The Day Will Come When You Won't Be Season 7, Episode 1.
Welcome to the first installment of a weekly column where Gingernutters Kayleigh Edwards and Kit Power take to a shared Google Doc to discuss this week’s Walking Dead broadcast episode in a conversational exchange. Enjoy! Warning: The following conversation contains SPOILERS for The Walking Dead, up to and including the events of Season 7, Episode 1. If you don’t want to be spoiled, please turn away now. For those of you who have seen S7 E1, please join in with the conversation in the comments section.
Kit Power: Bloody hellfire! I am literally at a loss as to where to start after that trauma. K, help me out! Where do we start?!? WHERE?!?!?!
Kayleigh Edwards: Right… well… I’ll start with ‘I loved it’!
KP: Fair, fair. I think I’m still processing, but certainly was as intense a TV viewing experience as I can immediately recall. I have to be honest - the finale for S6 left me feeling physically ill and shaken, and part of me was not looking forward to going back to that clearing and seeing what I knew would be a harrowing, brutal scene. What was your take on the set up and the cliffhanger?
KE: I know that many people were furious about the cliffhanger, but I didn’t really get that reaction! Part of me thought ‘oh you’re not going to show us.. You bastards!’, but the other part of me thought ‘well they usually end on a cliffhanger’. Online, I saw many cries of ‘BUT THEY DIDN’T EVEN HINT!’ and I was like ‘yeah dude, it’s a cliffhanger’. The last ten minutes or so of the finale, I was completely engrossed in what was happening (and have ranted many times that Andrew Lincoln’s performance was just superb - his little scared face was making me feel sick!). I thought the set up that led the group to that clearing was great - they were blocked at every turn and even though Rick knew they may be walking into a trap, there was no other choice he could make. I think as far as a season ending goes, it was fantastic. But perhaps I was fine with the mystery because I have total trust in the writers and their intentions!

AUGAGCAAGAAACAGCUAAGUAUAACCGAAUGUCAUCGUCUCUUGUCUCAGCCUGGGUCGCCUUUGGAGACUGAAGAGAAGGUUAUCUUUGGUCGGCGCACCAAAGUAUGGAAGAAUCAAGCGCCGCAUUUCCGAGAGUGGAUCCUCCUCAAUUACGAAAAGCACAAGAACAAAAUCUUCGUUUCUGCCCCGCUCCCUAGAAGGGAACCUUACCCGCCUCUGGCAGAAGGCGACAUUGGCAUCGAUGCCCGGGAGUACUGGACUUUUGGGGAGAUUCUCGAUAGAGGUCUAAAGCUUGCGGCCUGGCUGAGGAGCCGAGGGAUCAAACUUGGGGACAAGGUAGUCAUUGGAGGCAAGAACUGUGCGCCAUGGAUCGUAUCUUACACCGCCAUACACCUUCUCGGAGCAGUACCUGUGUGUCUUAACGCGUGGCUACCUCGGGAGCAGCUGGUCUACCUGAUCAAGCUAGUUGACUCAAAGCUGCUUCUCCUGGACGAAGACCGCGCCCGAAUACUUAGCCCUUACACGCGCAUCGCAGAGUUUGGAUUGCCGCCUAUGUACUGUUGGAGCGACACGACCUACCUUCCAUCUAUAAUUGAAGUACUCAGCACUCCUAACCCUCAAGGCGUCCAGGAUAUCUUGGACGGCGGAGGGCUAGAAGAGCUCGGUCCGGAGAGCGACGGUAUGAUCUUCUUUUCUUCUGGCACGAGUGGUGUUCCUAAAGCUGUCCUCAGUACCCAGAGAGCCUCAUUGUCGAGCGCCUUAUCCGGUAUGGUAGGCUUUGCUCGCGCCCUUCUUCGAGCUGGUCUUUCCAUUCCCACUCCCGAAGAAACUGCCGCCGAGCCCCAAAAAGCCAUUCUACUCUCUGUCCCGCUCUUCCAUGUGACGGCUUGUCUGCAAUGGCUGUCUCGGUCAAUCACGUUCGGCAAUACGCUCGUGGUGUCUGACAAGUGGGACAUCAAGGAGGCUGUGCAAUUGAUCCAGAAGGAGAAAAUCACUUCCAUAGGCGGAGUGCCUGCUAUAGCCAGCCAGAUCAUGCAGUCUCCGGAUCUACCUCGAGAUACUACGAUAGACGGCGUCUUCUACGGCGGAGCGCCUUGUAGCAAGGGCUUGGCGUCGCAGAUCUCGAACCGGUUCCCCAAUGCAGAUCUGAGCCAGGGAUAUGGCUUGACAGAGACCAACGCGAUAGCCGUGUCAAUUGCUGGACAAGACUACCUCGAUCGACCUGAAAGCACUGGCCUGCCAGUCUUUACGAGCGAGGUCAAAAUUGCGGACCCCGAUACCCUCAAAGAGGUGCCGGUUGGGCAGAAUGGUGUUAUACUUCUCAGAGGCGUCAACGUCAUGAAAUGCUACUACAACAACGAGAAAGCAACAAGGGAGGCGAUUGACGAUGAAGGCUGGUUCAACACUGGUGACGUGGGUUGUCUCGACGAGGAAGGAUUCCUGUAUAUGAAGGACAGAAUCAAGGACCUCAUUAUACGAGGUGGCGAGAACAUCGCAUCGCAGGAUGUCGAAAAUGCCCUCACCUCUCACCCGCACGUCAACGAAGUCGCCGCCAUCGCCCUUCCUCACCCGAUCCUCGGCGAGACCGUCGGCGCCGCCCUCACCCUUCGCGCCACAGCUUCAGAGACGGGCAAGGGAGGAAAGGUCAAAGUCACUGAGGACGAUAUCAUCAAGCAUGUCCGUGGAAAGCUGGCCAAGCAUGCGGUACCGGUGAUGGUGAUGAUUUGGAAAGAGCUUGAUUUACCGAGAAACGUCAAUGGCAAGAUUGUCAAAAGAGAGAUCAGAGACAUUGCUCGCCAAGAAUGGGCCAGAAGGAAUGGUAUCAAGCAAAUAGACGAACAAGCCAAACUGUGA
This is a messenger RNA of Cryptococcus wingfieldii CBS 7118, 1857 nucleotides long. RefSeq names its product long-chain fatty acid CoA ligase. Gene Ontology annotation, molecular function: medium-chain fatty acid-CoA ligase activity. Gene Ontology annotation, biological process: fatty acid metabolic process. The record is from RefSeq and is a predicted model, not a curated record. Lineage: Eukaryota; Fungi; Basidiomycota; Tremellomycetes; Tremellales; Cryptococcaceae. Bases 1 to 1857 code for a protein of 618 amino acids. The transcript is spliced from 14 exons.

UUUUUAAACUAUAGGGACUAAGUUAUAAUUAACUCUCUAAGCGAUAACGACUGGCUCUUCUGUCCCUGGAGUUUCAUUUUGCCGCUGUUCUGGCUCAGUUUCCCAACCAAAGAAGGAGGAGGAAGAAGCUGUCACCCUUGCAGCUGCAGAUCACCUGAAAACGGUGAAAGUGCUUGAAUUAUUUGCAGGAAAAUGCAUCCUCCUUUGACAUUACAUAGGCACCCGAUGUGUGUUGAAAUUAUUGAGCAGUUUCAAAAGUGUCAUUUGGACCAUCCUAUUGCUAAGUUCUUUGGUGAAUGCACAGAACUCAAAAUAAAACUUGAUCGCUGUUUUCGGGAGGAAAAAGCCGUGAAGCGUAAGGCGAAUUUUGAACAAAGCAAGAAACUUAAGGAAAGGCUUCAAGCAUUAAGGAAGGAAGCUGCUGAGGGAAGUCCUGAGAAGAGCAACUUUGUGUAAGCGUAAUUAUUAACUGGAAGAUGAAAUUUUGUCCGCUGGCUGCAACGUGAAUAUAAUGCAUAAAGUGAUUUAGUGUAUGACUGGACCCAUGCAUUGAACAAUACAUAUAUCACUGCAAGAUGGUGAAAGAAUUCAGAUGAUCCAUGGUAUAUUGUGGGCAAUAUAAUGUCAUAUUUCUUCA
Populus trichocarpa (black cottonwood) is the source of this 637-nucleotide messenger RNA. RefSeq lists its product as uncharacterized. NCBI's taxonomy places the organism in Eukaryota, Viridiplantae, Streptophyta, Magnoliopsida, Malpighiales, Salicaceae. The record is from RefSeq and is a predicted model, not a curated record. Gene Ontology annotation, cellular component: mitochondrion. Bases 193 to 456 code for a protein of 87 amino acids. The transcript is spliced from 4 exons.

KP: That’s really interesting - I have to admit that I had my issues with the S6 finale, but none of them centered around the ‘hanger, which I felt was simply TWD doing what it does, albeit in the biggest way yet. My issue was more that it felt - to me - like the group’s IQ plummeted by about 30 points during the runaround. It made for dramatically interesting and visually stunning storytelling - especially the guy hanging from the bridge, and the escalation that gradually exposed the sheer scale of the forces arrayed against our survivors - but I was also a little bit, like ‘Dude, MY spider sense is freaking out! Why isn’t Ricks?’ It is a very minor quibble though, and one that utterly ceased to matter as soon as the gang found themselves in that clearing.
KE: I think a viewer’s spider senses would be going crazy, but you have to remember that’s because we are often privy to information before the group is, like, for example, that the dude they killed in the bunker wasn’t Negan after all. It’s obvious to us at the first road block, I think, that it was a trap. But Rick and co weren’t aware of the sheer size of The Saviours or what they wanted. Rick has been the most savage person he’s known since the Governor; there are parallels all over the place between him and the show’s former villains. It’s funny to think that at the beginning, Shane came off as an evil asshole, but if he were still alive, Rick would be agreeing with him, and probably going further than him in terms of the necessary brutality it takes to keep his group safe from others. His evolution into superhero/total monster (depending on your perspective), has given him an arrogance that made him think there was nothing he couldn’t handle. Now that Negan has turned up with the force and numbers he has, Rick has been shown what real viciousness is! What an entrance…
KP: Yeah, you may be right - and thinking about it, arguably part of the theme of S6 could be hubris. I kept flashing back to the cliffhanger finale of S4, where they’re trapped in Terminus and Rick says ‘they have no idea who they are dealing with’. It was such a punch the air moment, but at the same time ,when you look at all that’s happened since, it’s clear that this fall was going to come at some point.
But yes, what an entrance! And what a monologue! I think the acting performances in this scene were amazing, absolutely everybody was firing on all cylinders. And here ware are, a mere page of text later, at the start of the episode. So I guess my first question is, how did you feel about that opening scene? Seeing the bat, knowing somebody was dead but not who, and that line from Negan - ‘What? Was my joke that bad?’
KE: I thought the opening scene was fantastic. It’s the scene that was offered as a ‘sneak peak’ and I was glad it was the opening scene and not a little scene from later on. I heard a lot of complaints (as the episode was airing… on facebook.. Seriously guys can’t you resist posting spoilers even for 5 minutes?!) that they were ‘dragging out’ who was killed with the ‘fetch my axe’ scene and Rick’s black and white imagination flashes, but I disagree. If they’d have led straight in with the revelation of who died, they would have done so without the suspense they created in the finale. It needed to be rebuilt a bit I think, get us back in a state of emotional panic! What did you think?